The Phoenix Cluster (SPT-CL J2344-4243) is a massive, type I galaxy cluster located at its namesake constellation, the southern constellation of Phoenix. It was initially detected in 2010 using the Sunyaev–Zel'dovich effect by the South Pole Telescope collaboration.
SPT-CLJ2344–4243 (Phoenix Cluster) Chandra
|Observation data (Epoch J2000.0)|
|Right ascension||23h 44m 40.9s|
|Declination||−42° 41′ 54″|
|5.7 billion light years|
|Binding mass||1.26–2.5×1015 M☉|
|Phoenix Cluster, SPT-CL J 2344 -4243, SPT-CL J2344-4243|
It is one of the most massive galaxy clusters known, with the mass on the order of 2×1015 M☉. Most of the mass of the Phoenix Cluster is in the form of dark matter and its intracluster medium. The vast stellar halo of the Phoenix Cluster central galaxy extends to over 1.1 million light years from the center, making it one of the largest galaxies known. It is 22 times the diameter of our galaxy, and its starburst activity suggests that the galaxy is still growing larger.
The central elliptical cD galaxy of this cluster hosts an active galactic nucleus, which is powered by a central supermassive black hole. The central black hole has an estimated mass on the order of 20 billion M☉. This makes it one of the most massive black holes known in the universe, 5,000 times the mass of the black hole at the center of the Milky Way. The diameter of the black hole's immense event horizon is on the order of 118 billion kilometers, 19 times the distance from the Sun to Pluto, and has the mass equivalent to that of two dwarf galaxies. The central black hole is devouring matter and growing at a rate of 60 M☉ every year.
The galaxy contains vast amounts of hot gas. More normal matter is present there than the total of all the other galaxies in the cluster. Data from observations indicate that hot gas is cooling in the central regions at a rate of 3,820 solar masses per year, the highest ever recorded.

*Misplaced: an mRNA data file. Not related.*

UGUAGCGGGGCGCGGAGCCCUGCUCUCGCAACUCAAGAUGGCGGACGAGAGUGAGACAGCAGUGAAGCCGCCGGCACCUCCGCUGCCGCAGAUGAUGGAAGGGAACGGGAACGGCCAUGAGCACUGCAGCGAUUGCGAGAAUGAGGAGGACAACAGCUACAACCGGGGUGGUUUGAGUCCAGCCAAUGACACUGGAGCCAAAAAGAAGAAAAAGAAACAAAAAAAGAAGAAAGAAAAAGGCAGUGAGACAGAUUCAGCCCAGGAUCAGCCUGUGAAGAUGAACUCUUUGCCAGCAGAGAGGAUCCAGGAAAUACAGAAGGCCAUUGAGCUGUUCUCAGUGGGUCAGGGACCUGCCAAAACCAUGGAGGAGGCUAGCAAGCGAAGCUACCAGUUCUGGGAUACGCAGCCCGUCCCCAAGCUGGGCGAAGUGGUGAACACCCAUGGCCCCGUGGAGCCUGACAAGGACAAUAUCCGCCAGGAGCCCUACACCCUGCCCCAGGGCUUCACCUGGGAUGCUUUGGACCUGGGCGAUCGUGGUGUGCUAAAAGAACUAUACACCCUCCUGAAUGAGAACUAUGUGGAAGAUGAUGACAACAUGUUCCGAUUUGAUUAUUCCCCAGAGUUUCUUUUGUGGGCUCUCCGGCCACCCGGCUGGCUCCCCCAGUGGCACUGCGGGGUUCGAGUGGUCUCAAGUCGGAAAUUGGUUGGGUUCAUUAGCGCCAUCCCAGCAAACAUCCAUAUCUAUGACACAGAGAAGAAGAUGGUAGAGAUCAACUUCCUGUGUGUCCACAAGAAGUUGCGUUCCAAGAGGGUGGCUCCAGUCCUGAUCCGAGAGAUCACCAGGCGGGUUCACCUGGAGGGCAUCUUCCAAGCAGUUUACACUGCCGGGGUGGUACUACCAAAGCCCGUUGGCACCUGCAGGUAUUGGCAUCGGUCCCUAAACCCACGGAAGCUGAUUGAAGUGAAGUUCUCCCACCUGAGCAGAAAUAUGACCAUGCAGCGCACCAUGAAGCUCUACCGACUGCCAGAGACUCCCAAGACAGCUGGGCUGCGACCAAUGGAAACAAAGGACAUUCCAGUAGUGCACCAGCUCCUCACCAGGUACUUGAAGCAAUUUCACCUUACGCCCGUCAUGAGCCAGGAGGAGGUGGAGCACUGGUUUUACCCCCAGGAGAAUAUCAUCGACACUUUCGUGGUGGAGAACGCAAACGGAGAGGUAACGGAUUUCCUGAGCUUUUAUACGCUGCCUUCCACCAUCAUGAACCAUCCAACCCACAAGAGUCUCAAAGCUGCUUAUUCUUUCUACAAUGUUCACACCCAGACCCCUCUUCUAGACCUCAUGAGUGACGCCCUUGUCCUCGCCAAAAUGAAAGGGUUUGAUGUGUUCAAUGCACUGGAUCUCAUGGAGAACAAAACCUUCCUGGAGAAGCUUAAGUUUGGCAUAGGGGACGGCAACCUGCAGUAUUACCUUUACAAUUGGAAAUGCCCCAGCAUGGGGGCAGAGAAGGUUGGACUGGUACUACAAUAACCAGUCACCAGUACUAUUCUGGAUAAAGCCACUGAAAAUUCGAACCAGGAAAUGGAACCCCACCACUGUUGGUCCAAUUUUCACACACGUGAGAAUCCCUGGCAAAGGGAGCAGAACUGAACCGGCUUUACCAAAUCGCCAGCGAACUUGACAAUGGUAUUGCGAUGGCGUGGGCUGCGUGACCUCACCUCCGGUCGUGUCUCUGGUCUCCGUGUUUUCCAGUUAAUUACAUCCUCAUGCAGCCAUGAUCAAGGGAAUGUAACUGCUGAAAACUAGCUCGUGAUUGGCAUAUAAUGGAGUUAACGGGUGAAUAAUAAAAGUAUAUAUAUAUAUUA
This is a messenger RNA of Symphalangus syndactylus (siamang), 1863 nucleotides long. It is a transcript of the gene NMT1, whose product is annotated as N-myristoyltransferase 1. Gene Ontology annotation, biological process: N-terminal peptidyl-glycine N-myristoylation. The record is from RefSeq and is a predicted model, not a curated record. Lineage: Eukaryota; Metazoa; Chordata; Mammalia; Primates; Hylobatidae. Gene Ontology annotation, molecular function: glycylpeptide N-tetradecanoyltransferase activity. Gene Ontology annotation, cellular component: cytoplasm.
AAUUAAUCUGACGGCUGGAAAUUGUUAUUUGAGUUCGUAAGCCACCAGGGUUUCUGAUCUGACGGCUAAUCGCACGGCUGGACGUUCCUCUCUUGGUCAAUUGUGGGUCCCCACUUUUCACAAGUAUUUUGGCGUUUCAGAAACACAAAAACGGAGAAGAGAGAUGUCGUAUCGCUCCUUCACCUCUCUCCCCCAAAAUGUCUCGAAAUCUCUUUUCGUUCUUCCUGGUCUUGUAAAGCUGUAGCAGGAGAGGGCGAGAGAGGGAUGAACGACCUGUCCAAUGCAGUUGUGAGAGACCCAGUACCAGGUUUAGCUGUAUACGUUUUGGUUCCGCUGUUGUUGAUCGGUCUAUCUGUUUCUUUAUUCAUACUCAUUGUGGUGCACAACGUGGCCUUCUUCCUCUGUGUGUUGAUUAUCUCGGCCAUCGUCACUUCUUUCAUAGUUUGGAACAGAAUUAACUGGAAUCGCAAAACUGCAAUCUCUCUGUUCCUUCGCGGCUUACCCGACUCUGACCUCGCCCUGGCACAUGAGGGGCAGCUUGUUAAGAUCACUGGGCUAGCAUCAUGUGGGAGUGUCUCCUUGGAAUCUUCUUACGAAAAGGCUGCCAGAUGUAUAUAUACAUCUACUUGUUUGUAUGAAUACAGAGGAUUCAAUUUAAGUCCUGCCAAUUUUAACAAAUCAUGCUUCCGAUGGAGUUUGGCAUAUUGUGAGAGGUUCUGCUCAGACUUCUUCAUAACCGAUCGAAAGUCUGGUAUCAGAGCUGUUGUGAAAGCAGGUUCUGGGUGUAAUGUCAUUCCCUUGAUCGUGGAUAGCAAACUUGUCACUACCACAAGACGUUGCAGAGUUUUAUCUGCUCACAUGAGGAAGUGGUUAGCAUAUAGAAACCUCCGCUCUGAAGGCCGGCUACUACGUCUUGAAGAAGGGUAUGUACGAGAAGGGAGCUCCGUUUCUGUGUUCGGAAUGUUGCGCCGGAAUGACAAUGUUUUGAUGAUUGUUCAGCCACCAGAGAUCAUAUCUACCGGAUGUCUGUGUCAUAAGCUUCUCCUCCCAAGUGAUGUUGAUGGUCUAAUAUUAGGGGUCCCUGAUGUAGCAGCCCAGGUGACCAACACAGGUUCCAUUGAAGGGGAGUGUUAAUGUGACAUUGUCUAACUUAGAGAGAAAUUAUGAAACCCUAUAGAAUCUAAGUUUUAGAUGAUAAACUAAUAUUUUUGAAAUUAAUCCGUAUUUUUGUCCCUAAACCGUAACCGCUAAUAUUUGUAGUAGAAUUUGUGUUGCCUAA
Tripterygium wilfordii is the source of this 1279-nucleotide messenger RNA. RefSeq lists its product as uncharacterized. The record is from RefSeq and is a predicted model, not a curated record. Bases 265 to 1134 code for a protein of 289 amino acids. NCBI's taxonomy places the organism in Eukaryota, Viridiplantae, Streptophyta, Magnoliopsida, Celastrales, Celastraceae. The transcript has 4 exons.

It is also undergoing a massive starburst, the highest recorded in the middle of a galaxy cluster, although other galaxies at higher redshifts have a higher starburst rate. (see Baby Boom Galaxy)  Observations by a variety of telescopes including the GALEX and Herschel space telescopes shows that it has been converting the material to stars at an exceptionally high rate of 740 M☉ per year. This is considerably higher than that of NGC 1275 A, the central galaxy of the Perseus Cluster, where stars are formed at a rate around 20 times lower, or the one per year rate of star formation in the Milky Way.
- "NAME Phoenix Cluster". SIMBAD. Centre de données astronomiques de Strasbourg. Retrieved 2012-08-16.
- M. McDonald, et al.; "A Massive, Cooling-Flow Induced Starburst in the Core of a Highly Luminous Galaxy Cluster", Nature, Aug 2012
- R. Williamson, et al.; "An SZ-selected sample of the most massive galaxy clusters in the 2500-square-degree South Pole Telescope survey", arXiv, 6 January 2011, arXiv:1101.1290
- Min Yun et al.; "Deep 1.1 mm-wavelength imaging of the GOODS-South field by AzTEC/ASTE – II. Redshift distribution and nature of the submillimetre galaxy population", arXiv, 28 September 2011, arXiv:1109.6286
- S. Borenstein (August 16, 2012), Associated Press (ed.), "Star births seen on cosmic scale in distant galaxy", R&D Magazine, rdmag.com, archived from the original on February 1, 2013, retrieved September 13, 2012
- Animation of the Phoenix Cluster
- Chandra X-Ray Observatory, Blog Home: Q&A With Michael McDonald Wed, 08/08/2012 – 16:13
- The Prediction and Fulfillment of the "Effect": An Interview with Rashid Sunyaev, August 15, 2012